The BOP's Videoconferencing Network: A Cost-Effective Way of Doing Business

Article excerpt

The rapid growth of the Federal Bureau of Prisons has been driving the push to be innovative and explore alternative technologies that allow the agency to use resources more effectively to expand services. In conjunction with the increasing inmate population, an environment characterized by tightening budgetary constraints has made it essential to use this business model to maximize the use of available staff and financial resources. Videoconferencing is one of the solutions enabling the BOP to expand the abilities of its work force and save financial resources.

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The BOP was able to save $8,600 in five days using its new nationwide videoconferencing network. Seven staff members from around the country were able to video-link into the central office and join five other staff members for a three-day video meeting. In doing so, the BOP was able to avoid travel, hotel, car rental and per diem costs that would have been otherwise incurred.

With 70 facilities and more than 80,000 inmates, this is no longer the BOP of 1992. Federal corrections is a growth industry with an inmate population that has more than doubled in just more than 10 years. Within another few years, the BOP will have nearly 120 facilities. This unprecedented growth has, therefore, affected every area of the organization.

Establishing a Network

The BOP has been interested in videoconferencing since the early 1990s. It was during this time that the BOP's Office of Security and Technology began to evaluate video court arraignment as a method to reduce costs while improving institutional security and staff safety. This first system was the size of two large footlockers and cost almost $100,000.

In the mid-1990s, the BOP initiated another videoconferencing evaluation. This pilot of mental competency hearings connected the bureau's psychiatric medical center and the local district federal court. Again, the technology worked well; both the court and the medical center immediately realized the benefits of not having to transport an inmate with mental health issues an hour away to court. The second system was in a large push cart with a television monitor sitting on top, and cost about $45,000.

Between 1996 and 1997, the BOP, the Department of Defense and the Veterans Administration joined forces to evaluate the effectiveness of videoconferencing for medical purposes. The evaluation quickly proved to be cost-effective and medically beneficial for use across several specialities. An independent evaluation confirmed that telemedicine could deliver quality health care in correctional systems. In 1999, the National Institute of Justice published Telemedicine Can Reduce Correctional Health Care Costs: An Evaluation of a Prison Telemedicine Network by Douglas C. McDonald, a report of a telemedicine evaluation involving several BOP facilities. This study and the subsequent follow-up report, Implementing Telemedicine in Correctional Facilities by Peter L. Nacci, C. Allan Turner, Ronald J. Waldron and Eddie Broyles, on implementation strategies for videoconferencing provided further impetus for the BOP to move forward in establishing a nationwide videoconferencing network.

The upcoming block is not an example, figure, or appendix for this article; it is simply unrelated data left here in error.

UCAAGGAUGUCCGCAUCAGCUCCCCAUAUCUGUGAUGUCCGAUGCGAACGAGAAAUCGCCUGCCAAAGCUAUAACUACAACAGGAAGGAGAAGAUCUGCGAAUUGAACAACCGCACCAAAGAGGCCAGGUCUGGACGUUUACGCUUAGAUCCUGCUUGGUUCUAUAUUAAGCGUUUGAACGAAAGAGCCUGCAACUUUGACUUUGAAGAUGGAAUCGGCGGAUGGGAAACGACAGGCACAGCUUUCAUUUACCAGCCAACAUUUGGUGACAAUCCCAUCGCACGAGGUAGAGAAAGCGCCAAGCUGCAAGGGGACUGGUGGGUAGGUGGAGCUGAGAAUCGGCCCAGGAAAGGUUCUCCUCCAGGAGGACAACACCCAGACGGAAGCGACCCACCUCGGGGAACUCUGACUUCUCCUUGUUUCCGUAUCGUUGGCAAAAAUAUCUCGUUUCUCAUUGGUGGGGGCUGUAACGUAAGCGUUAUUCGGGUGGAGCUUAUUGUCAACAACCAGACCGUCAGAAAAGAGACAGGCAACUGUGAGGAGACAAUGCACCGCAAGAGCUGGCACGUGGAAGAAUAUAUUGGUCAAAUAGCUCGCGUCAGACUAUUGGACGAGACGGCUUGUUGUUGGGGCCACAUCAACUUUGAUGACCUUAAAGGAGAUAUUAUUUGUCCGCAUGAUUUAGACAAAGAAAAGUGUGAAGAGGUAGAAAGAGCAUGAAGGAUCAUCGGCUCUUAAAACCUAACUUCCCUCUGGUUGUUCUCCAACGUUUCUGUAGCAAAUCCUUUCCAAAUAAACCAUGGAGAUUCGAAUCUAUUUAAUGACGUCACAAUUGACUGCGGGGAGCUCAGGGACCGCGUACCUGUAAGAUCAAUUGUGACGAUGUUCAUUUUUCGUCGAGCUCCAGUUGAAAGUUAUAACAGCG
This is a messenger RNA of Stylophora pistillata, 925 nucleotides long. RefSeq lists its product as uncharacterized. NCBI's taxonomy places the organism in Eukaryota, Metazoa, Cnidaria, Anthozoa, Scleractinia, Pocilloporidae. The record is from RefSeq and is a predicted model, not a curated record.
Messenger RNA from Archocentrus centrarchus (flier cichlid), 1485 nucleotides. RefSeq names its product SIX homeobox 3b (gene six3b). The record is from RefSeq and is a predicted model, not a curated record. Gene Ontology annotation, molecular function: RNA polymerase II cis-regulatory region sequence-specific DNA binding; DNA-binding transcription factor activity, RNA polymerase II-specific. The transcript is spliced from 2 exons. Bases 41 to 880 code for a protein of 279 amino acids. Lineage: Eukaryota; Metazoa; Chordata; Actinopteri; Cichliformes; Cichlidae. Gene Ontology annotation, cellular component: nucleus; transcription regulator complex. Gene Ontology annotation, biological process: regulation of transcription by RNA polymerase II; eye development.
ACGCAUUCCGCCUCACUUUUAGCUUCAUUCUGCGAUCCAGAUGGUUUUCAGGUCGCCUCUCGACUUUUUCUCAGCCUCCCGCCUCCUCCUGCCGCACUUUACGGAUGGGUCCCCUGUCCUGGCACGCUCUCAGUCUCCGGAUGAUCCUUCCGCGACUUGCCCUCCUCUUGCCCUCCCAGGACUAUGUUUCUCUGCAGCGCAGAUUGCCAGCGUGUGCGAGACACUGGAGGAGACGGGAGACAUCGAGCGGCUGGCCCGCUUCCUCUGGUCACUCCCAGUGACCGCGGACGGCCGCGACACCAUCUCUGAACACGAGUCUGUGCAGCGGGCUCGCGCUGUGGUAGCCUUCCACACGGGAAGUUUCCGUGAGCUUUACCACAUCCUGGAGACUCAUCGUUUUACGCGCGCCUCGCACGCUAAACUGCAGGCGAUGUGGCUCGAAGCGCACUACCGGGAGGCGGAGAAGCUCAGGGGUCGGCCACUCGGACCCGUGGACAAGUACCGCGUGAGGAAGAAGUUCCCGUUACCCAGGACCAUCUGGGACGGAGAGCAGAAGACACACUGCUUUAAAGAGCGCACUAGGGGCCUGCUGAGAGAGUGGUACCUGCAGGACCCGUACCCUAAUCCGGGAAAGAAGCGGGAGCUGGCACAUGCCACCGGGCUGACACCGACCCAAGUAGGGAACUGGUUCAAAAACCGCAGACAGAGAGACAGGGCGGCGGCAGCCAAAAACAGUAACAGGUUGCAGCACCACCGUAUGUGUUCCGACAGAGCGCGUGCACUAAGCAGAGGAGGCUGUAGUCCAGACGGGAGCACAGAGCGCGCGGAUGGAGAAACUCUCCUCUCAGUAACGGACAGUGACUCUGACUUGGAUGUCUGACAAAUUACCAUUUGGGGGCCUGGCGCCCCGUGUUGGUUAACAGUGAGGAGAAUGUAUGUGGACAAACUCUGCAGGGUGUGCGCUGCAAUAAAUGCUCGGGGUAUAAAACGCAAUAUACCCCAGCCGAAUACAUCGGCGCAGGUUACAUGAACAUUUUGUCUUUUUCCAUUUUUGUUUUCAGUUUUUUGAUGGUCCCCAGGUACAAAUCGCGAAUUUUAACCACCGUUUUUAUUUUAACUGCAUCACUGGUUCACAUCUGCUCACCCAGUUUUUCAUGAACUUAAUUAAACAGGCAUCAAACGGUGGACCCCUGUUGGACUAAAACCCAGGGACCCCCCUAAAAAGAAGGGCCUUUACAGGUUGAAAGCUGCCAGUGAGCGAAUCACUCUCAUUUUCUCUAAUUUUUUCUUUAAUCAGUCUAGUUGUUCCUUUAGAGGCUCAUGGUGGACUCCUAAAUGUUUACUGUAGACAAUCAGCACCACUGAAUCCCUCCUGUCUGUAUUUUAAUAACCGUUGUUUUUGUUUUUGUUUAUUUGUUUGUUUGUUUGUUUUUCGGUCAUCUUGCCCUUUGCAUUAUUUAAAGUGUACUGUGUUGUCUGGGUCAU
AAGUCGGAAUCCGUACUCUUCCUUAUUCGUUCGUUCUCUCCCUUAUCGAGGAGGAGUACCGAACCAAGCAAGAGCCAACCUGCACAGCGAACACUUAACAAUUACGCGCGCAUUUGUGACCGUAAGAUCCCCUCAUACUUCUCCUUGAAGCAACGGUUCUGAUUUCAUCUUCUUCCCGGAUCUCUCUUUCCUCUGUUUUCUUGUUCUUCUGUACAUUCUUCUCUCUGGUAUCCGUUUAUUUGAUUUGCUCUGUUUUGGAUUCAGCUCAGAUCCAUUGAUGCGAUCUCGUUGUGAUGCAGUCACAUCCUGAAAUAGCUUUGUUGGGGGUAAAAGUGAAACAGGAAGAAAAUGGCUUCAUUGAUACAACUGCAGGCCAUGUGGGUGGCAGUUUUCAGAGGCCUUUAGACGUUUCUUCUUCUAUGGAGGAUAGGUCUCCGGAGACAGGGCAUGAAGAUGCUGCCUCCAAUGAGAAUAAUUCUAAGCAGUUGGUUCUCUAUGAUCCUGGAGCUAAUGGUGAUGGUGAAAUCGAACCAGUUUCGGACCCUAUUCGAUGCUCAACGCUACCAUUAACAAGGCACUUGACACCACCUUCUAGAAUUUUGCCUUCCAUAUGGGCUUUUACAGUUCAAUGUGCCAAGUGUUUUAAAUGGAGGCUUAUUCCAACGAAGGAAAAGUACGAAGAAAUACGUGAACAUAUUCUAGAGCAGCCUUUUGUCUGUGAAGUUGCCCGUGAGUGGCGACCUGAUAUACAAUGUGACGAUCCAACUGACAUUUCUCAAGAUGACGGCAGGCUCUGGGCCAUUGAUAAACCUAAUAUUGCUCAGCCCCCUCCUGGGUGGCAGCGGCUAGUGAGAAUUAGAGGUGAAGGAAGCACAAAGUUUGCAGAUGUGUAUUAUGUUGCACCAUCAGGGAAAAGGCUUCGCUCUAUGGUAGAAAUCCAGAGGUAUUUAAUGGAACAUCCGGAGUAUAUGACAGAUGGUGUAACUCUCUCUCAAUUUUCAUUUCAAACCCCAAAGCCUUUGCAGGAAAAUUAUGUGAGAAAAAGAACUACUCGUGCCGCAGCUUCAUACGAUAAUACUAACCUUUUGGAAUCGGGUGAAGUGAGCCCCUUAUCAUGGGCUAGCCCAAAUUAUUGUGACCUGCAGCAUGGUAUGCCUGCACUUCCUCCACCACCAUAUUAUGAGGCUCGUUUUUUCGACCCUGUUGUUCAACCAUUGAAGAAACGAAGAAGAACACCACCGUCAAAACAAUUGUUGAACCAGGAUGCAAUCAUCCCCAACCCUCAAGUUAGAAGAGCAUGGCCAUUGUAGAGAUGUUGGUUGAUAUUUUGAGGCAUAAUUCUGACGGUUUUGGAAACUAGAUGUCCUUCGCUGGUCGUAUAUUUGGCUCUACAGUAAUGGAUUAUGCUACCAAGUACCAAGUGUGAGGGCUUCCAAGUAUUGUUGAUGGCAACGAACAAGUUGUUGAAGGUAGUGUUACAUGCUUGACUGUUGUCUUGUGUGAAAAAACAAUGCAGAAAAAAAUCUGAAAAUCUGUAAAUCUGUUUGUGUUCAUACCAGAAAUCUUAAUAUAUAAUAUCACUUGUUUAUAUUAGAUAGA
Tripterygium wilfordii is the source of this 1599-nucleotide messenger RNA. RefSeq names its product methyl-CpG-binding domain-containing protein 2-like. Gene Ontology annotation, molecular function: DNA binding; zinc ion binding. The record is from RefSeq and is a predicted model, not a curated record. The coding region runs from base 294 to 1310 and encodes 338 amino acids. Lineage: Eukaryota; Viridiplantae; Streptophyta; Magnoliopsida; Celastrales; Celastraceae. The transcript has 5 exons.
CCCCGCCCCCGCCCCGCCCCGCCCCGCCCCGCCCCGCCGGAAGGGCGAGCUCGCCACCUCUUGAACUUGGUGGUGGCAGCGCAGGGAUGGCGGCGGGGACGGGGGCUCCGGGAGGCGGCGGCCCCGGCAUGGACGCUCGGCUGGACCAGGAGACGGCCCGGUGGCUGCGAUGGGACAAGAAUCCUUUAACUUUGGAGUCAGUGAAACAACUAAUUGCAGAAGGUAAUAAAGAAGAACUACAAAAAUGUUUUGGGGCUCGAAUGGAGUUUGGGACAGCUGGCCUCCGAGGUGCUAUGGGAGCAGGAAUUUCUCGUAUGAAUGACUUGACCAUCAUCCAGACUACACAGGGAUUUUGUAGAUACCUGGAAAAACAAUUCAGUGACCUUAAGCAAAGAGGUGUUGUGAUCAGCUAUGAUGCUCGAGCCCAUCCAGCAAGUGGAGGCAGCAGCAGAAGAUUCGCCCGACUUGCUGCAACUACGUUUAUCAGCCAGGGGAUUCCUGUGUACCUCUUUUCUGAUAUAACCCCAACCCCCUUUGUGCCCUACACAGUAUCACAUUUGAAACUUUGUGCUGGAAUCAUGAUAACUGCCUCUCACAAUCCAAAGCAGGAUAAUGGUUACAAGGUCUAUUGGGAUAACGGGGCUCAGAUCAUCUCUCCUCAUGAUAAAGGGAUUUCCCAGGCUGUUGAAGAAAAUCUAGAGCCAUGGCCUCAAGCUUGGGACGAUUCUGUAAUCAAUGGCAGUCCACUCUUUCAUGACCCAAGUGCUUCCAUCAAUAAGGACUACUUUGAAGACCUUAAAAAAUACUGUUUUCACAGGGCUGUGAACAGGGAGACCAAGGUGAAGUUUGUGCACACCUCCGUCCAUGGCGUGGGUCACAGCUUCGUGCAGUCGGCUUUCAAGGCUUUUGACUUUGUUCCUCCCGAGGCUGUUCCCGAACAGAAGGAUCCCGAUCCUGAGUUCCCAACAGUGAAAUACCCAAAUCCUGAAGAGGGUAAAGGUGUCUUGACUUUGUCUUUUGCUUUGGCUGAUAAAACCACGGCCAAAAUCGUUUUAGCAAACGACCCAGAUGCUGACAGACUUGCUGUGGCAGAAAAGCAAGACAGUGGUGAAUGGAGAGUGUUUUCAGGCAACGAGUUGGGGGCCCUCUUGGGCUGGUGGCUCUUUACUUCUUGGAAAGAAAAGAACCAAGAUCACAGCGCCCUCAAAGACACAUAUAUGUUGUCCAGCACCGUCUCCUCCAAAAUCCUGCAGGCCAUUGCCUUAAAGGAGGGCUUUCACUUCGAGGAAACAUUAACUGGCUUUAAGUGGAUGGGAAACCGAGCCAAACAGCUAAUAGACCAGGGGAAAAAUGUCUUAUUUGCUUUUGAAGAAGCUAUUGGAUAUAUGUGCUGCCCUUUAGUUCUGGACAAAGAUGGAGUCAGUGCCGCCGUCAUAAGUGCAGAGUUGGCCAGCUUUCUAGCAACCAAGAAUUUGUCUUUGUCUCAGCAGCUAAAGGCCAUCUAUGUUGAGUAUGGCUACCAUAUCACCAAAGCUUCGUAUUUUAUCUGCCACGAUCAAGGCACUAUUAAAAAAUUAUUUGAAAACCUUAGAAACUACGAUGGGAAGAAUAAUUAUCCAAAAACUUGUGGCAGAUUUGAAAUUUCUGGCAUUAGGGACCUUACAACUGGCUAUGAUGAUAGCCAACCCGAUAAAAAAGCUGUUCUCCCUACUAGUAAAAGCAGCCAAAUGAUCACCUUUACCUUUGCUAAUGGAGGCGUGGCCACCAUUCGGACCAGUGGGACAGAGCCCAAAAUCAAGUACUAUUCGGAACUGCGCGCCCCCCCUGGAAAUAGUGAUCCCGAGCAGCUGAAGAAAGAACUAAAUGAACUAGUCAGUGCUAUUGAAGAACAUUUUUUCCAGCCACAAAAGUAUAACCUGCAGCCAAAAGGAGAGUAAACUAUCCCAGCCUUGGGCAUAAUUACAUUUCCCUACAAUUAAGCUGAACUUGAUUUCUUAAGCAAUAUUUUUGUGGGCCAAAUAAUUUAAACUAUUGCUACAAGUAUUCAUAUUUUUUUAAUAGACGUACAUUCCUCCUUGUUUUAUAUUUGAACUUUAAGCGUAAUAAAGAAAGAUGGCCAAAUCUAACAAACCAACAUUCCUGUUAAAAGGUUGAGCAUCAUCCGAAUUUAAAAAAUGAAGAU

In early 1999, the bureau approved the implementation of its nationwide Telehealth program, the stated objectives of which were to "provide the necessary telecommunications infrastructure, equipment and training for all Bureau of Prisons institutions to activate, operate and maintain a Telehealth network." Since that time, the BOP has expanded the use of videoconferencing technology with applications to meet the requirements of multiple components or tasks within the organization, including institution disciplinary hearings, judicial proceedings with federal and state courts and some staff training in various disciplines. Initially, all institutions using videoconferencing systems were connected via dial-up digital circuits, either ISDN (Integrated Services Digital Network) or Switched-56. …